Tedx talks come with five 3 hour training sessions. You have to make yourself available, but why wouldn’t you. It seemed a great opportunity to work with specialists and other passionate people.

I turned up just in time one cold Wellington evening and looked curiously round the boardroom of the Museum Hotel at the other speakers. They looked like everyday people but there was a warm hum of conversation and a sense of excitement. Everyone wanted to be exactly where we were.

I had the forms and the first draft of my talk, all 14 pages, so I felt ready.

After the formalities and introductions we watched an excerpt from a Ted talk about giving talks by Nancy Duarte. It was 4 minutes of genius. I vowed to rewrite my talk that very night.

Then we had to read the first 5 minutes of our talks. My turn seemed to take about a minute and a half. I was just getting warmed up. The critique wasn’t bad.

I realised I’d only read 2 of my 14 pages, in five minutes. And Ted talks are a maximum of 18 minutes. I’d only get through seven pages tops. And they said I was speaking too fast.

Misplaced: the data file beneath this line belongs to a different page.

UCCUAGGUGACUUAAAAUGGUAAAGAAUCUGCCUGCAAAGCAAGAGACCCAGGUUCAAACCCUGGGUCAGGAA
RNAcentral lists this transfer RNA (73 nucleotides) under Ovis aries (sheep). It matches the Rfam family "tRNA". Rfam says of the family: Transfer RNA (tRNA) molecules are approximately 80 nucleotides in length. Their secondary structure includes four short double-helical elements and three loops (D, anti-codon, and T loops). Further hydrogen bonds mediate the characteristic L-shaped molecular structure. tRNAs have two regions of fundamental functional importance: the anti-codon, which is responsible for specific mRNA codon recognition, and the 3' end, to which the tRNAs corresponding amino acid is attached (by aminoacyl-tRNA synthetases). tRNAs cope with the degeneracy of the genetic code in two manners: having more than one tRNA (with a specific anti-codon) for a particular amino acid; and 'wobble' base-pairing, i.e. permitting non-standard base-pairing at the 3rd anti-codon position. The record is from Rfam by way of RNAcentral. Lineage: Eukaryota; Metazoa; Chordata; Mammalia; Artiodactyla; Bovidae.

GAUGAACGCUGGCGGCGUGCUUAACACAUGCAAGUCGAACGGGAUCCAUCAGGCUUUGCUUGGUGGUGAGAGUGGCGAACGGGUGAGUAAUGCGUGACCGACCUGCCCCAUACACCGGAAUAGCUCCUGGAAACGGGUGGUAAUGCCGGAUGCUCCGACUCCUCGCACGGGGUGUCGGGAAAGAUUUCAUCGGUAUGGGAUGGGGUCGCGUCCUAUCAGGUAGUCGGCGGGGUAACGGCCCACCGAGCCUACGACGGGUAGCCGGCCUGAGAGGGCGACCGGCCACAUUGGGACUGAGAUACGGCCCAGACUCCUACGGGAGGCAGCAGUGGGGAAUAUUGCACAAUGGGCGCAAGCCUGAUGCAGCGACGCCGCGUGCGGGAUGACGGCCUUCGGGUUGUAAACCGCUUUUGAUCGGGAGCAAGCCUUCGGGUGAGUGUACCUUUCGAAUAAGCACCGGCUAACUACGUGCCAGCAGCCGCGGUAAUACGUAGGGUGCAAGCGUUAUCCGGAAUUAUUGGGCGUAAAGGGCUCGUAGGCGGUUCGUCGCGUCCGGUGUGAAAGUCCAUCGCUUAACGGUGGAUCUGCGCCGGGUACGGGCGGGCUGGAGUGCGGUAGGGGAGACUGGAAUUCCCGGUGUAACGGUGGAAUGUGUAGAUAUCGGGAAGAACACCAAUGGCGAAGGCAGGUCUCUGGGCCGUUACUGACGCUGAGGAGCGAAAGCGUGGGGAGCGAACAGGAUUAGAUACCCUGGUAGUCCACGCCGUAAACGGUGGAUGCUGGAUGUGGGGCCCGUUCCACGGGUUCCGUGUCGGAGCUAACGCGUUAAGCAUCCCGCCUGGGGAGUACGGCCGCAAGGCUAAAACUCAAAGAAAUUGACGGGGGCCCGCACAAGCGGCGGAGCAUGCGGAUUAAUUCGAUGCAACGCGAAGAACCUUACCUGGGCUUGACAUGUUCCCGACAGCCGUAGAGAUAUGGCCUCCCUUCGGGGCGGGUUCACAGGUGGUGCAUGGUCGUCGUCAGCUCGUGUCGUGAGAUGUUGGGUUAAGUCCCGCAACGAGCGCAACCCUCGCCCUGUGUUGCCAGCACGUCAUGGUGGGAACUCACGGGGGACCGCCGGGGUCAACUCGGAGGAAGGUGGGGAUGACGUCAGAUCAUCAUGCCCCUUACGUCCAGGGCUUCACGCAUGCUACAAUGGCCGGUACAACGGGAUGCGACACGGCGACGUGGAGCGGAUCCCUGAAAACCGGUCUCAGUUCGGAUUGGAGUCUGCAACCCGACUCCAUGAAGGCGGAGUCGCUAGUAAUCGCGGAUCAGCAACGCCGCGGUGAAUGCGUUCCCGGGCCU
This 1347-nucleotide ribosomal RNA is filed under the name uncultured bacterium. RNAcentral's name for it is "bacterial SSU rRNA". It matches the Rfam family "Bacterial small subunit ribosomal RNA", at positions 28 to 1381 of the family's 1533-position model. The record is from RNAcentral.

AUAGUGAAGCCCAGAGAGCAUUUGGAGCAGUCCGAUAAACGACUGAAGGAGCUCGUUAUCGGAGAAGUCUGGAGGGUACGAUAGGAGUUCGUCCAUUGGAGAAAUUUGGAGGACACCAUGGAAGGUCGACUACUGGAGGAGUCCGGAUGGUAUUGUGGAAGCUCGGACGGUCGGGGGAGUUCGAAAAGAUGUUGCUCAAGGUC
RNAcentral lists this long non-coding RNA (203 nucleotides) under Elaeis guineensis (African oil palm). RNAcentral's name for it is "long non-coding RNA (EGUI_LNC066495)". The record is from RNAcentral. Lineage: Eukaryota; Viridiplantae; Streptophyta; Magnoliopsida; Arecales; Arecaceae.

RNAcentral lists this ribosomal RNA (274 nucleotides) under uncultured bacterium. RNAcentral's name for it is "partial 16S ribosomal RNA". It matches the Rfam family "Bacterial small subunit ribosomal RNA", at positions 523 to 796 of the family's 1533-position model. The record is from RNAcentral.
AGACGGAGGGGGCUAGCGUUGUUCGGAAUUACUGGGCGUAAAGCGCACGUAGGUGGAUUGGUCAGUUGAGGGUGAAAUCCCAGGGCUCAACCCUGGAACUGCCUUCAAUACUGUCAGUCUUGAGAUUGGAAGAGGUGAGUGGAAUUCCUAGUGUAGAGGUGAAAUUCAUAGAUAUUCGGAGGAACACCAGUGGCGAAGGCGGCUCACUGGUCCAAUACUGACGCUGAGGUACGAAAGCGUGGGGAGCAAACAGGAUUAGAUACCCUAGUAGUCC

Aagh! My content seemed ok but boy did I have some revision coming!

The other talks were fascinating, even 5 minutes worth. Diverse and quirky, important and delicious. All sorts, all different kinds of people.

We got some details of the process and the support available up to and including the day. We’d be working off a small red carpet, about 2 metres square. We wouldn’t really be able to see the audience though, they’d be semi-blacked out. We could have pretty much any visual and auditory support we wanted. We’d be introduced so we wouldn’t have to say our names. Details and details.

Scary and exciting!

I walked out into the freezing night with some new friends three hours after arriving, ready to change the world.